Cyber criminals are are turning more to connections inadvertently opened up by unsuspecting employees, making it more difficult for IT departments to control security, says ANDREW WILSON, CEO at LucidView.
In today’s always-connected world, companies face a new wave of threats as cybercrime continues to escalate. Cyber security is becoming more challenging as businesses are having a tough time trying to address growing threats while maintaining focus on their core business. These evolving threats are more and more frequently external cyber criminals using connections inadvertently created from within the organisation by unsuspecting users. These criminals then piggy back off the connection to gain remote access into the organisation, circumventing the organisation’s Firewall Policy, thereby placing the confidentiality, integrity and availability of the organisation’s data at extreme risk.
Most cyber breaches occur as a result of employee behaviour and all it takes to compromise an organisation’s network security is one employee. One accidental malware download from playing an online game or clicking a phishing link and all of the organisation’s databases containing sensitive customer data could be at risk of encryption by external ransomware attackers. These criminals more often than not, are in locations where there are no consequences to their activity aside from their own profit and causing embarrassment to the organisation.
Visibility as a key threat intelligence tool
Without the ability to have a meaningful view of your organisations network traffic it is impossible to identify suspect connections into and out of an organisation’s network. Employees frequently and unintentionally open the organisation to external risks by misusing and often abusing the Internet resources, going as far as to use these resources to download their favourite series and movies from torrenting sites.
The lack of meaningful visibility leads to huge potential security risks, impacts the performance of this key resource and results in a loss of productivity to the organisation. The Internet is a shared resource and its misuse and abuse negatively impacts the performance of business-critical applications increasing risk to the overall functioning of the organisation. Yet, how can this be identified and managed without massive expense and skilled technical resources?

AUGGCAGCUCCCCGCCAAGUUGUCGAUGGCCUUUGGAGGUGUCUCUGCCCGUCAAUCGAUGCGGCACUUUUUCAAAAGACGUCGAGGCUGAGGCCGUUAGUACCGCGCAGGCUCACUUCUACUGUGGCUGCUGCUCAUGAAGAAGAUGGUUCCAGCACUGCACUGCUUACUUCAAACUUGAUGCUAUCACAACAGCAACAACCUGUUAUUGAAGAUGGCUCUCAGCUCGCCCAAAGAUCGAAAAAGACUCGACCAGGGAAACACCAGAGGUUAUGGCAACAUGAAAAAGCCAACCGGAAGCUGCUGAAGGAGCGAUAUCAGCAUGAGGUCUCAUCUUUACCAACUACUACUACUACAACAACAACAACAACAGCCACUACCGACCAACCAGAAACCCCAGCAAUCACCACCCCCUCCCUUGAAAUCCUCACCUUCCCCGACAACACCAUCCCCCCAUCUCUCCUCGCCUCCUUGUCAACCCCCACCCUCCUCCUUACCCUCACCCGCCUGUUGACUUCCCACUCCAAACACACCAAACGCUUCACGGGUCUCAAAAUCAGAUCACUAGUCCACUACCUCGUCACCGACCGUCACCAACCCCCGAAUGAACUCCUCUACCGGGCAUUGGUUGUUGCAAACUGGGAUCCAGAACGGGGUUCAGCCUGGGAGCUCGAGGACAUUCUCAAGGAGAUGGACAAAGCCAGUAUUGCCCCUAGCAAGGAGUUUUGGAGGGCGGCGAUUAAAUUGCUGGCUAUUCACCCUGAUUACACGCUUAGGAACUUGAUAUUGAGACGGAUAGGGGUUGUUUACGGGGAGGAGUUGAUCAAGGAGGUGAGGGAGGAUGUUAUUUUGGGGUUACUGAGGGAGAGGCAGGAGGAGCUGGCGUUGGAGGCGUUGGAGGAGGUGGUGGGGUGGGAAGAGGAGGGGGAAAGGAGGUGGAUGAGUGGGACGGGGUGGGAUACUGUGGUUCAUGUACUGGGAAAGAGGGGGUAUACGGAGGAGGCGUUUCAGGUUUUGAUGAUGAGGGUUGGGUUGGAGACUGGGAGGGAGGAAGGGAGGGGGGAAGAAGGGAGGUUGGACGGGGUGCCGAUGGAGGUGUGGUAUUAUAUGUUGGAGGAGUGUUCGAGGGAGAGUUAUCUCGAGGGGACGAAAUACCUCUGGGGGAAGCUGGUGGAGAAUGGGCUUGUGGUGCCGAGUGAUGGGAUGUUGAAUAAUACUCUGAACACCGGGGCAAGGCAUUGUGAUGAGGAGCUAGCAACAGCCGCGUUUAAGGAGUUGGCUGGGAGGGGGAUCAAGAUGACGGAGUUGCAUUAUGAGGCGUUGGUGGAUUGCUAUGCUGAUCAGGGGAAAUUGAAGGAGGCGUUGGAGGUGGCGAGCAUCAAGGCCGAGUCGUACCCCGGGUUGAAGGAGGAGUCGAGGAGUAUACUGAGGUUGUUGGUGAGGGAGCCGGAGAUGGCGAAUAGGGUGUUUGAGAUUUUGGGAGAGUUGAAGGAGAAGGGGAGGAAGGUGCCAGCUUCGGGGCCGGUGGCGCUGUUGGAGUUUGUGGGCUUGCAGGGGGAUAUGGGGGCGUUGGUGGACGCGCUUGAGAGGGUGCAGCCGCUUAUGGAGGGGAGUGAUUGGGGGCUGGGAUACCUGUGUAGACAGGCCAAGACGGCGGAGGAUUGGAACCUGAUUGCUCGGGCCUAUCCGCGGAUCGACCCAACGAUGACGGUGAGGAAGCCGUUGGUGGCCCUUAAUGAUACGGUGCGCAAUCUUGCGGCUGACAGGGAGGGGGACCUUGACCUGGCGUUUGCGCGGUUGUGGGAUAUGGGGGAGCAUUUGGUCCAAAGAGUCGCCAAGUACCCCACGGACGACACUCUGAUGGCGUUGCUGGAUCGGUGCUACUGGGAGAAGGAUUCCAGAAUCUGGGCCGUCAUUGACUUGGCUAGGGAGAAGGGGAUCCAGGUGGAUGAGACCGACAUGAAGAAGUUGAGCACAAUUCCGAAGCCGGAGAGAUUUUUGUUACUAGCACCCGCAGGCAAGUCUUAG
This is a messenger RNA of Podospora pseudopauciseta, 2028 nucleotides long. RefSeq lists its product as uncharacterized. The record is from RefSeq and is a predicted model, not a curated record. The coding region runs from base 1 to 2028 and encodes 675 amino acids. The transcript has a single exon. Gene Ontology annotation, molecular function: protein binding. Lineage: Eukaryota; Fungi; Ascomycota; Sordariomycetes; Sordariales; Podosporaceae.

It’s time for businesses to take charge of their shared resources by gaining visibility and insight into its usage in order to manage resource performance, enhance employee productivity and maintain security integrity by reducing external threats brought into the organisation using internal sources, thus rendering firewall policies ineffective. To combat both external and internal risks requires a holistic approach to security, as well as the right technological tools to help businesses to manage both intentional and unintentional threats within the organisation itself.
The risky business of connectivity
Most cyber-attacks happen in order to steal confidential information through the use of malware like worms, Trojan horse viruses and phishing. Businesses are targets for cyber intruders for the simple reason that they hold valuable customer information. This personal information has a price tag, and stealing data (or even holding it ransom) is the perfect crime without consequence. In addition, we are seeing more and more cases reported in the media which means the number of companies being hit by this type of threat is likely significant and growing daily. These type of threats including Malware and Phishing are most frequently brought into the network inadvertently by users or employees accessing software through the web, allowing malicious attackers access to the internal network without their knowledge.
Because the employee acted in such a way that sensitive data was compromised and whether or not this was accidental, the effect is the same – your organisation’s security is now compromised. The organisation is now at risk of contravening laws such as piracy, business critical applications become unavailable due to slow response times and performance issues are brought about by users abusing the Internet. Worse still, your organisation’s sensitive data is now threatened by malicious cybercriminals who can hold it to ransom, costing you money and compromising your reputation.
It’s time for meaningful visibility